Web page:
A researcher on the Lindsey family said that it was found Dan was innocent of any part of Lindsey’s death. It was also found that the Federals executed him due to harassment he had inflicted on them.

End of Story

This is most interesting as it is possible that Susan Willey, wife of Demps Dobson, was the sister of William Daniel Willey. She had to be related to him someway A thorough research should be done of that possibility and was probably the cause of Demps death. He may have been trying to avenge William Daniel’s death. William Willey 1750 in Salisbury Dist of NC, either in Halifax or Guilford, on the Haw River..died ca 1842 in Dickson was receiving a Rev War pension at that time. Have been unable to obtain RW pension record but it must be there. A plaque on the courthouse lawn in Charlotte, Dickson Co shows names of RW veterans buried in Dickson Co. and he is listed there.

A researcher on the Lindsey family said that it was found Dan was innocent of any part of Lindsey’s death. It was also found that the Federals executed him due to harassment he had inflicted on them.

This information provided by a friend of Dickson County, Lee Hoover.

Civil War Regiments

Even though your ancestor was “said” to be in ie: Company “K”… it is wise to also check other Companies within that Regiment. If you have no luck finding him, broaden your search. Companies AND Regiments were ‘attached, renamed or disbanded with regularly.’ Frequently, a Volunteer would cross the county line from his county of residence to enlist. So, your soldier could be on an adjacent County’s Roster. Your ancestor may not be where logic would have you look!


  • E.D. Baxter’s Battery, 2nd Organization
  • 11th Tennessee Infantry Regiment, Companies “C”, “E”, and “K”
  • 49th Tennessee Infantry Regiment, Companies “B”, and “D”
  • 50th Tennessee Infantry Regiment, Company “A”


  • NONE

Explanations of Military Groupings (e.g. Company,Divisions)

Most Civil War Units in the field varied between 25% to 60% of their full strength. In theory, a full-strength company contained 100 men, but disease, desertion & battle casualties would rapidly decrease their numbers. So while to full strength sizes are given, please remember to decrease those numbers when reading about units engaged in battle.


A COMPANY at FULL STRENGTH consisted of 100 men that would be commanded by a CAPTAIN. A COMPANY would be broken down into the following sub-divisions.

100 men = 2 platoons = 4 sections = 8 squads


Organizing COMPANIES and together formed BATTALIONS and REGIMENTS. In the State volunteer organizations (Union and Confederate) 10 COMPANIES would be organized together into a REGIMENT . This regiment would have 1,000 men at full strength. In both the Union and Confederate armies, individual states were given the task of raising regiments for the armies. Thus the Regiments would be designated by the number in order or organization followed by their state name. Such as the “19th Tennessee Volunteer Infantry”, or the 125th Ohio Volunteer Infantry. A COLONEL normally commanded these regiments. There were also volunteer organizations containing less than 10 companies, if they contained from 4 to 8 companies they were called BATTALIONS, and usually were commanded by a MAJOR or LT. COLONEL.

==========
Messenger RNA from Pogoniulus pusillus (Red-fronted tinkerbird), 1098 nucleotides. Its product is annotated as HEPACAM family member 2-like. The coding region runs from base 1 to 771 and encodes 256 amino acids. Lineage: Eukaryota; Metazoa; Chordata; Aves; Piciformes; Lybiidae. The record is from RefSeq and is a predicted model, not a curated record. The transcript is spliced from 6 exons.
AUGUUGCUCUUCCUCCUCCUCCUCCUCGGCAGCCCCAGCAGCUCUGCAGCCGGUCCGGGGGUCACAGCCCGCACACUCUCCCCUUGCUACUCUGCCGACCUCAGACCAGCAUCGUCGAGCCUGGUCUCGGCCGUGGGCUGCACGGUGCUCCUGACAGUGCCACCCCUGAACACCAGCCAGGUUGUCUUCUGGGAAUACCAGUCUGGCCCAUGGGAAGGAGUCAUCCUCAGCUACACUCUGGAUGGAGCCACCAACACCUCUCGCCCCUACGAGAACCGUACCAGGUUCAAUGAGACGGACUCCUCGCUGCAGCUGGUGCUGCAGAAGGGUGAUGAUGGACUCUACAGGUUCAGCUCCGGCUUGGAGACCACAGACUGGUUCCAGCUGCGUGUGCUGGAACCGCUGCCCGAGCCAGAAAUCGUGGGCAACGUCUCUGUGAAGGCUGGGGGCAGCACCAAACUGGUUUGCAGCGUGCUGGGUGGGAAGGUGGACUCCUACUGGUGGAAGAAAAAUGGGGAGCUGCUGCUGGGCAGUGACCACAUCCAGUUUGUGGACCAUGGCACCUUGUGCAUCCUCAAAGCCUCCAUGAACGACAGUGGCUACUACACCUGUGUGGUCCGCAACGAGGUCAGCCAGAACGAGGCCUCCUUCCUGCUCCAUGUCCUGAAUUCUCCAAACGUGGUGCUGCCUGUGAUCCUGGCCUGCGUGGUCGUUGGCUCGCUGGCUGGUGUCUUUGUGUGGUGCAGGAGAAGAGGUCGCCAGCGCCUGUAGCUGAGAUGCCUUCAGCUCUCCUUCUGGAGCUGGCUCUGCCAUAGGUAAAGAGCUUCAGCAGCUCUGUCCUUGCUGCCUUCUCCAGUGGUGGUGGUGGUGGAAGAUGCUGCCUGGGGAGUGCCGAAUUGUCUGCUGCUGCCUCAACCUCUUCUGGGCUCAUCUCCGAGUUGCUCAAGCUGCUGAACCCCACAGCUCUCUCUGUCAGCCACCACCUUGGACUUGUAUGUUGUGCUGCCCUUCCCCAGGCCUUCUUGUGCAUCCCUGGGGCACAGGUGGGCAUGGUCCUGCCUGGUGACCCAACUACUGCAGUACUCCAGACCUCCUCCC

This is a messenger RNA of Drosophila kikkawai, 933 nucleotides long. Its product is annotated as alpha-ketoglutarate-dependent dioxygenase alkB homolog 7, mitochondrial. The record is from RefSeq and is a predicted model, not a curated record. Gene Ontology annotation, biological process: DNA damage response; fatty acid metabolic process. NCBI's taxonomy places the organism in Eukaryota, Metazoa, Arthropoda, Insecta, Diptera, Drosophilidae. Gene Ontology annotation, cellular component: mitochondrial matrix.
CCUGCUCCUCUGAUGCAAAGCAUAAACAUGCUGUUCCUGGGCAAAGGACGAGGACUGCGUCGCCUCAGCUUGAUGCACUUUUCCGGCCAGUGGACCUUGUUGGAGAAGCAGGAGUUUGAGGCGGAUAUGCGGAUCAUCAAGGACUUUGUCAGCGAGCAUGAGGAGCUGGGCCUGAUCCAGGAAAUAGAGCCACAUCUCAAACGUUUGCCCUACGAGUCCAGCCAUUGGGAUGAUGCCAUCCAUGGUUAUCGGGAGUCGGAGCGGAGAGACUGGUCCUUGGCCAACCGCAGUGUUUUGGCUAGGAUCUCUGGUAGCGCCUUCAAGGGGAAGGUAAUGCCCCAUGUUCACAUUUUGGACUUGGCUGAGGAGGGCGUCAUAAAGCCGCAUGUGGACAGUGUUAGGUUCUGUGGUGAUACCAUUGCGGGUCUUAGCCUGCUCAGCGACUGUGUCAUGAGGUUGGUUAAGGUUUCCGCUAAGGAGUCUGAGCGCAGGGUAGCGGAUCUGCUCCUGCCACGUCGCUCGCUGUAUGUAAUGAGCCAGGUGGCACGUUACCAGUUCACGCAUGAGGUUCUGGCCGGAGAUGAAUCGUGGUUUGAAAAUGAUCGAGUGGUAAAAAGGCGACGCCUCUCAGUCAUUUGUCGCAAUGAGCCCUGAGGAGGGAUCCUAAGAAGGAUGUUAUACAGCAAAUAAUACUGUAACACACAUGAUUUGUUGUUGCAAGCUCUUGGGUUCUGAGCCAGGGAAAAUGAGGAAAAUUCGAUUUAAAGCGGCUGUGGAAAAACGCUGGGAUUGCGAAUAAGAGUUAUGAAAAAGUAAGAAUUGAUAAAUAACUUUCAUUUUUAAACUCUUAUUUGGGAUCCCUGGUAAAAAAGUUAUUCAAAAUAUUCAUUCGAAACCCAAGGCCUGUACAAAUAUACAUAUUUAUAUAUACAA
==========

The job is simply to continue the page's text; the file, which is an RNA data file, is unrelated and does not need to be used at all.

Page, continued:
The Union Regular regiments organized before the war (1st through 10th) were 10 company regiments in strength like the volunteer counter-parts. But, when theNEW regular army was authorized, a different organization was used. The New regular infantry was organized to 8 companies to a battalion and two battalions to a regiment. Thus, NEW regular regiments contained 16 Companies. These regiments frequently fought as Battalions rather than as a single regiment.


A BRIGADE is formed from 3 to 6 regiments and commanded by a Brigadier General. So if a brigade had 4 regiments in it at full strength, it would number 4,000 men (not including staff) The South tended to use more regiments than the North. Each brigade would also have a varying number of staff officers.


A DIVISION is commanded by a MAJOR GENERAL, and is composed of from 2 to 6 brigades. In the North usually 3 or 4 , but in the South normally 4 to 6. An average Infantry Division might number around 12,000 men at full strength. Occasionally some Artillery or less often Cavalry might be attached.


A CORPS is commanded by a MAJOR GENERAL (Union) or a LT. GENERAL (Confederate) and is composed of from 2-4 divisions. Again the North tended to have two or three, while the south would have 3 to 4. So an average Infantry Corps might average around 36,000 men at full strength. Each corps would also have a varying number of staff officers.


Corps within a geographic department was aggregated into armies. The number of corps in an army could vary considerably, sometimes an army would contain only one corps and often times as many as 8. Armies were commanded by MAJOR GENERALS in the North, and usually by FULL GENERALS in the south. Corps and Armies usually had Artillery and Cavalry attached. Each Army would also have a varying number of Staff Officers. Armies of the north were named after major river systems, such as:

The Army of the Ohio
The Army of the Cumberland
The Army of the Tennessee

Armies of the South were normally named after geographic areas, such as:

The Army of Tennessee
The Army of Northern Virginia

This information has been generously donated by the: TENNESSEE MUSEUM OF THE CIVIL WAR, CHATTANOOGA, TENNESSEE.